The Tax Cuts and Jobs Act that went into effect at the beginning of this year provides a major tax break for small businesses. As specified in the legislation, owners of pass-through business entities such as sole proprietorships, partnerships, S-corporations and limited liability companies are allowed to take a tax deduction equal to 20% of their taxable income or the qualified income of the business, whichever amount is lower. Since a pass-through entity does not file a separate business tax return, this tax deduction is claimed on the personal income tax return of the business owner.
While the original tax legislation placed income limits and certain other restrictions on the use of the Section 199A Deduction (described above), a number of questions regarding its use have been raised since that time. In response to these ambiguities, the IRS recently released a 184 page document proposing specific regulations designed to govern its use. Some of these regulations are highlighted below:
The Section 199A Deduction went into effect on January 1, 2018 and will expire on December 31, 2025.
The deduction is available to all owners of pass-through entities whose taxable income is less than $315,000 for a joint return or $157,500 for an individual return.
Above the income thresholds identified above, specified service trades or businesses such as attorneys, healthcare professionals and brokerage services are subject to certain phase-in provisions.
The phase-in range described above extends to $415,000 for joint filers and $207,500 for single filers. Above this range, the owner of a specified service trade or business must pay income taxes based on their individual income tax rate.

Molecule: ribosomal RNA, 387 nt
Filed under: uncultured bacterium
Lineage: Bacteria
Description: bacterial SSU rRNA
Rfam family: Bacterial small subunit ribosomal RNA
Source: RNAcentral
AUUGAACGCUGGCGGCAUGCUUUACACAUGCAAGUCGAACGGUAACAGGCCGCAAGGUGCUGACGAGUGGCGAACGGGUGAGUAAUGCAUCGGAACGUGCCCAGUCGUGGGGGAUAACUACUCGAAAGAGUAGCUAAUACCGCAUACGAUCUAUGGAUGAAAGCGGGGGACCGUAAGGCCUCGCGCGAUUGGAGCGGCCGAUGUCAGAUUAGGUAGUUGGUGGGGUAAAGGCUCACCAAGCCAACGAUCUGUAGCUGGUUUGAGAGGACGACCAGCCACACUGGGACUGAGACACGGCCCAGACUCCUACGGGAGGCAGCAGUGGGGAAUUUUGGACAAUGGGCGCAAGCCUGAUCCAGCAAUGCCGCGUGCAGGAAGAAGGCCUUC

There is no Section 199A income cut-off for businesses that are not classified as a specified service trade or business. However, these businesses may be limited by the total amount of W-2 wages paid by the business.
The amount of the Section 199A Deduction is equal to 20% of taxable income minus capital gains or 20% of qualified business income plus qualified investment trust dividends and publically traded partnership income, whichever is less.
If a taxpayer owns more than one business, the qualified business income is the total of the qualified business incomes of the multiple businesses.
A negative qualified business income can be carried forward to the next tax year.
Although the basic 20% Section 199A Deduction has been firmly in place since the Tax Cuts and Jobs Act took effect on January 1, 2018, the regulations governing its use are a work in progress. The 184 page document recently published by the IRS will be in review for 45 days from the time of its publication, at which time specific adjustments will be considered. Meanwhile, the tax professionals at LA Bookkeeping are keeping abreast of current status of this important piece of tax legislation and stand ready to help your small business use it to achieve the greatest tax advantage possible.
Los Angeles bookkeeping, conveniently located in Beverly Hills, California, employs Certified Public Accountants, licensed Enrolled Agents and certified bookkeepers who have the knowledge and experience necessary to provide each client they serve clients with the full range of tax, accounting and bookkeeping services. Don’t delay! Get your business tax plan on track today by contacting the professionals at LA Bookkeeping. Call us at 310-765-1596 or email us to schedule a free, no obligation consultation.